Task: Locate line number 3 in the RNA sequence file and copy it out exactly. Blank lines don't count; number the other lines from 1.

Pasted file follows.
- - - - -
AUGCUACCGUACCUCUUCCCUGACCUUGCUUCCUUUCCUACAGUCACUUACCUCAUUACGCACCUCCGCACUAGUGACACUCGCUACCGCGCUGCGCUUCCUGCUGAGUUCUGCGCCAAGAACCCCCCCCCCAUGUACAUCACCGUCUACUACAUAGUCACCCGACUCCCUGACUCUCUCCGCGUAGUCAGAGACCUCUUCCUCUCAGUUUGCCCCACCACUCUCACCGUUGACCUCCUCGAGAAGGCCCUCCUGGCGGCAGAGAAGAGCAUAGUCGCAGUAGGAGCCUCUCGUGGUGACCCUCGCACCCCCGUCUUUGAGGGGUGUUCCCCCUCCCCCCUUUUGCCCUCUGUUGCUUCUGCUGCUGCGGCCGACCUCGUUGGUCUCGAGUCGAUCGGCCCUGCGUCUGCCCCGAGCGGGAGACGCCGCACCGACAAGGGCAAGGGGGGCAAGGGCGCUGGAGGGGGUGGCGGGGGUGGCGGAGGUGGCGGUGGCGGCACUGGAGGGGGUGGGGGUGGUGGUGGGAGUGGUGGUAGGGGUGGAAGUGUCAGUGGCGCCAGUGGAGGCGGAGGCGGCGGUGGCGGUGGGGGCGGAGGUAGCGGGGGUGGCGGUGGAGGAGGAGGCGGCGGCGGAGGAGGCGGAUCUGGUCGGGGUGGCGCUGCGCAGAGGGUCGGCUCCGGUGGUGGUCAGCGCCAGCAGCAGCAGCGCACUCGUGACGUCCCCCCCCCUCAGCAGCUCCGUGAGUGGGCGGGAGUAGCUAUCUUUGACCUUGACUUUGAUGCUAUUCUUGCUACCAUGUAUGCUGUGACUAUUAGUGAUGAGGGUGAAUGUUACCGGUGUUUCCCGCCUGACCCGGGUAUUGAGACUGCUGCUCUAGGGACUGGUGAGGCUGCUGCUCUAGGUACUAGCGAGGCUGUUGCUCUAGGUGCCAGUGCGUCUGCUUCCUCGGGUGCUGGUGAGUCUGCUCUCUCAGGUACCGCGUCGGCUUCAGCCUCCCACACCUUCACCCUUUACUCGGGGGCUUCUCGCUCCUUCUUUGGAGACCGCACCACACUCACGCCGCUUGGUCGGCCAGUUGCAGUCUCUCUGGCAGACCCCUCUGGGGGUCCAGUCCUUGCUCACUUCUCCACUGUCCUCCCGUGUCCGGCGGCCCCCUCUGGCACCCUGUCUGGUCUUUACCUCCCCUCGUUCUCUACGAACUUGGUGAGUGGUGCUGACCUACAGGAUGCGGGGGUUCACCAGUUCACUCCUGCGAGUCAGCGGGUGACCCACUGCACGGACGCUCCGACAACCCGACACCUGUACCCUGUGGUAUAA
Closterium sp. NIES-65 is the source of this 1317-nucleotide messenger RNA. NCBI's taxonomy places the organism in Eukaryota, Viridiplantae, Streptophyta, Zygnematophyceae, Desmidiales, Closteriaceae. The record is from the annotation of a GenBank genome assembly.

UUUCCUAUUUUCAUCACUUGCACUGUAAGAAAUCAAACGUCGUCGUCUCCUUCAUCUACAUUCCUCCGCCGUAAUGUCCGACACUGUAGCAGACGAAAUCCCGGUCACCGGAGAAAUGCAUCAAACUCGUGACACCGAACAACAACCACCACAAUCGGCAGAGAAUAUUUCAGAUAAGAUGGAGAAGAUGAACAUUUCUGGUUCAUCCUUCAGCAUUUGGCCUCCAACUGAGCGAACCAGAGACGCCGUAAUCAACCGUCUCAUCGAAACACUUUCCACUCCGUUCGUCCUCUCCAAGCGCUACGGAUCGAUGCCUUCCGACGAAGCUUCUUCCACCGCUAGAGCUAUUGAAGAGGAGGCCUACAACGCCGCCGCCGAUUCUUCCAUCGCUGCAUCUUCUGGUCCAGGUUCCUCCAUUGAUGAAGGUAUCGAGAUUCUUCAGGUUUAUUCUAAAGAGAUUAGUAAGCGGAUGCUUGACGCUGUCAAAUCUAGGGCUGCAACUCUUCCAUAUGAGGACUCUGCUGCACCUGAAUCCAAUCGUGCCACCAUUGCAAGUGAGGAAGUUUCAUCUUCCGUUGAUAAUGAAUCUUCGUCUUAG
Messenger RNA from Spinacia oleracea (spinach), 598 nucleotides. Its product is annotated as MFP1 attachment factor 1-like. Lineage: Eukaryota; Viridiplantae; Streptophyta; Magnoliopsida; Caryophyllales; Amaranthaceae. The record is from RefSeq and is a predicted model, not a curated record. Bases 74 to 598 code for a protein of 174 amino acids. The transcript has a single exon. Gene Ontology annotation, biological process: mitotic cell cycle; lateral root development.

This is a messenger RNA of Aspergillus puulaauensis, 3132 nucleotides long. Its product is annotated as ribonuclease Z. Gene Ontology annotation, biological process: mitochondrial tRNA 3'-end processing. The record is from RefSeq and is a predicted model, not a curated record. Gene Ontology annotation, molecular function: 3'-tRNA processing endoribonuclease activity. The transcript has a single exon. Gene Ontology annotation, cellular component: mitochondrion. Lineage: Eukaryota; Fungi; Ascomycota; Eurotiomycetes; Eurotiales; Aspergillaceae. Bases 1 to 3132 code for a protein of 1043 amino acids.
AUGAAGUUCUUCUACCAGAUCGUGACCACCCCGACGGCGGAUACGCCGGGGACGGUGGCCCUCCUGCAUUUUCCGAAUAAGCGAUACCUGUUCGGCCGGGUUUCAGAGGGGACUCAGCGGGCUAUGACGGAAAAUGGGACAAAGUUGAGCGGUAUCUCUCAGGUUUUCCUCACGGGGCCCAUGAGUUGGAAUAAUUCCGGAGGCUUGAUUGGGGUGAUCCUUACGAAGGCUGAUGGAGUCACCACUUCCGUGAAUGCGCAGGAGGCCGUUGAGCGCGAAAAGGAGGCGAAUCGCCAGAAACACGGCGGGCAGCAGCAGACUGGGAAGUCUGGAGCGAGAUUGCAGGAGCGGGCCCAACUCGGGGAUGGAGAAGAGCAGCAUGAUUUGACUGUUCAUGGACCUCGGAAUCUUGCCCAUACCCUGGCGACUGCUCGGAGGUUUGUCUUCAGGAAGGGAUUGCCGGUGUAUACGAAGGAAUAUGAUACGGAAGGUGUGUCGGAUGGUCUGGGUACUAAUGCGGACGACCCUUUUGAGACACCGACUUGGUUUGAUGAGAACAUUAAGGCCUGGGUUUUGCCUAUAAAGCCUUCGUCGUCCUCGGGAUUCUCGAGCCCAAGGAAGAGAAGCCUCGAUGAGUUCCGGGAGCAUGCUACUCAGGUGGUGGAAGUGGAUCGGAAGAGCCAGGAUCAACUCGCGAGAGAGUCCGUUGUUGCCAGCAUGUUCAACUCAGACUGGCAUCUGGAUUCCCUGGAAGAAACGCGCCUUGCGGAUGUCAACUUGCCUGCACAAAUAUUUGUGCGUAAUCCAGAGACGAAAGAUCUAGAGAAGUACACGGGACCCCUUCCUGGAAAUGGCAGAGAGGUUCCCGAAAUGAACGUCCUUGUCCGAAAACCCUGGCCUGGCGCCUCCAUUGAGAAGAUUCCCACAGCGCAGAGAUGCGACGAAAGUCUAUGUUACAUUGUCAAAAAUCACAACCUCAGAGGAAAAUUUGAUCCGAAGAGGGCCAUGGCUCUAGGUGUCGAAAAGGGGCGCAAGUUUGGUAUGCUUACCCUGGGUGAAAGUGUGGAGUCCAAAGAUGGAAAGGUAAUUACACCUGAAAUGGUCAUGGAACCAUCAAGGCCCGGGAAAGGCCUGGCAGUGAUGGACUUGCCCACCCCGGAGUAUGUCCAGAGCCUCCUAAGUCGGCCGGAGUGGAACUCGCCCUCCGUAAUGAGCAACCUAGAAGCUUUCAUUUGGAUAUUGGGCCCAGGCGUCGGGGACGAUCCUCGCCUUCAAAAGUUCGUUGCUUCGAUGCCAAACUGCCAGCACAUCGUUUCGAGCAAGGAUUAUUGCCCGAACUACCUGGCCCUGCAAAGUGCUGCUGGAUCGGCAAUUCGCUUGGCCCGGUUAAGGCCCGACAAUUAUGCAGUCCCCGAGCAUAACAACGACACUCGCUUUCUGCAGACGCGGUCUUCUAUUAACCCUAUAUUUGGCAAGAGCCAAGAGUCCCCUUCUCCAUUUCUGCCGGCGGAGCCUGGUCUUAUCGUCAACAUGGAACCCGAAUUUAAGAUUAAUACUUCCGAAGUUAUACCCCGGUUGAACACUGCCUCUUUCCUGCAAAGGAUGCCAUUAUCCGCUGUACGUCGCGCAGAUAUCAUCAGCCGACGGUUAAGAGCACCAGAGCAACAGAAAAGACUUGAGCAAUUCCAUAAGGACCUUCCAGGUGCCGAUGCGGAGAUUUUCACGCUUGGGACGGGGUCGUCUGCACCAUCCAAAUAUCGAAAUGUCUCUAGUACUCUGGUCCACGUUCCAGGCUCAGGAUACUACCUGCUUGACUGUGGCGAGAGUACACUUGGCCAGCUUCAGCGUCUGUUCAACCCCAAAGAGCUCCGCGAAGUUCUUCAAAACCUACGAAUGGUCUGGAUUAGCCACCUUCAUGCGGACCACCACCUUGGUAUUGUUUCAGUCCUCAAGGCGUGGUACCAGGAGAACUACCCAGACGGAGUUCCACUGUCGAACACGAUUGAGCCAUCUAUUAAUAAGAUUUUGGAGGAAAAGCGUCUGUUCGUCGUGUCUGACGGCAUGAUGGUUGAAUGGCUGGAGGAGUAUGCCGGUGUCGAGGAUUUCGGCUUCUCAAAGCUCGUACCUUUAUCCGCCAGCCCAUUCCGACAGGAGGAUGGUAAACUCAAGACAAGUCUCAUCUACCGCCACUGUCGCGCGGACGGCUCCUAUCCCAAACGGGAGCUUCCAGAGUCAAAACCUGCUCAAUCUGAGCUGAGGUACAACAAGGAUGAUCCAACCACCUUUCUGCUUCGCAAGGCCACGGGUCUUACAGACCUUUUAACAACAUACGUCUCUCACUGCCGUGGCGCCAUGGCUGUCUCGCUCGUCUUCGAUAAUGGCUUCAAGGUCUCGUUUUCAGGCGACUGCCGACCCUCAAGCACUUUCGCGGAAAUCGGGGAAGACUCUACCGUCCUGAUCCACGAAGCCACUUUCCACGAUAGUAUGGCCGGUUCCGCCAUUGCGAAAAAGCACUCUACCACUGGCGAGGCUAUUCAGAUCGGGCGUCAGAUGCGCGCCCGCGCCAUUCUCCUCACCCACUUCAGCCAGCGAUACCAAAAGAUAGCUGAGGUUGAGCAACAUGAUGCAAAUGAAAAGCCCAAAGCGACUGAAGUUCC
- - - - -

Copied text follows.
UUUCCUAUUUUCAUCACUUGCACUGUAAGAAAUCAAACGUCGUCGUCUCCUUCAUCUACAUUCCUCCGCCGUAAUGUCCGACACUGUAGCAGACGAAAUCCCGGUCACCGGAGAAAUGCAUCAAACUCGUGACACCGAACAACAACCACCACAAUCGGCAGAGAAUAUUUCAGAUAAGAUGGAGAAGAUGAACAUUUCUGGUUCAUCCUUCAGCAUUUGGCCUCCAACUGAGCGAACCAGAGACGCCGUAAUCAACCGUCUCAUCGAAACACUUUCCACUCCGUUCGUCCUCUCCAAGCGCUACGGAUCGAUGCCUUCCGACGAAGCUUCUUCCACCGCUAGAGCUAUUGAAGAGGAGGCCUACAACGCCGCCGCCGAUUCUUCCAUCGCUGCAUCUUCUGGUCCAGGUUCCUCCAUUGAUGAAGGUAUCGAGAUUCUUCAGGUUUAUUCUAAAGAGAUUAGUAAGCGGAUGCUUGACGCUGUCAAAUCUAGGGCUGCAACUCUUCCAUAUGAGGACUCUGCUGCACCUGAAUCCAAUCGUGCCACCAUUGCAAGUGAGGAAGUUUCAUCUUCCGUUGAUAAUGAAUCUUCGUCUUAG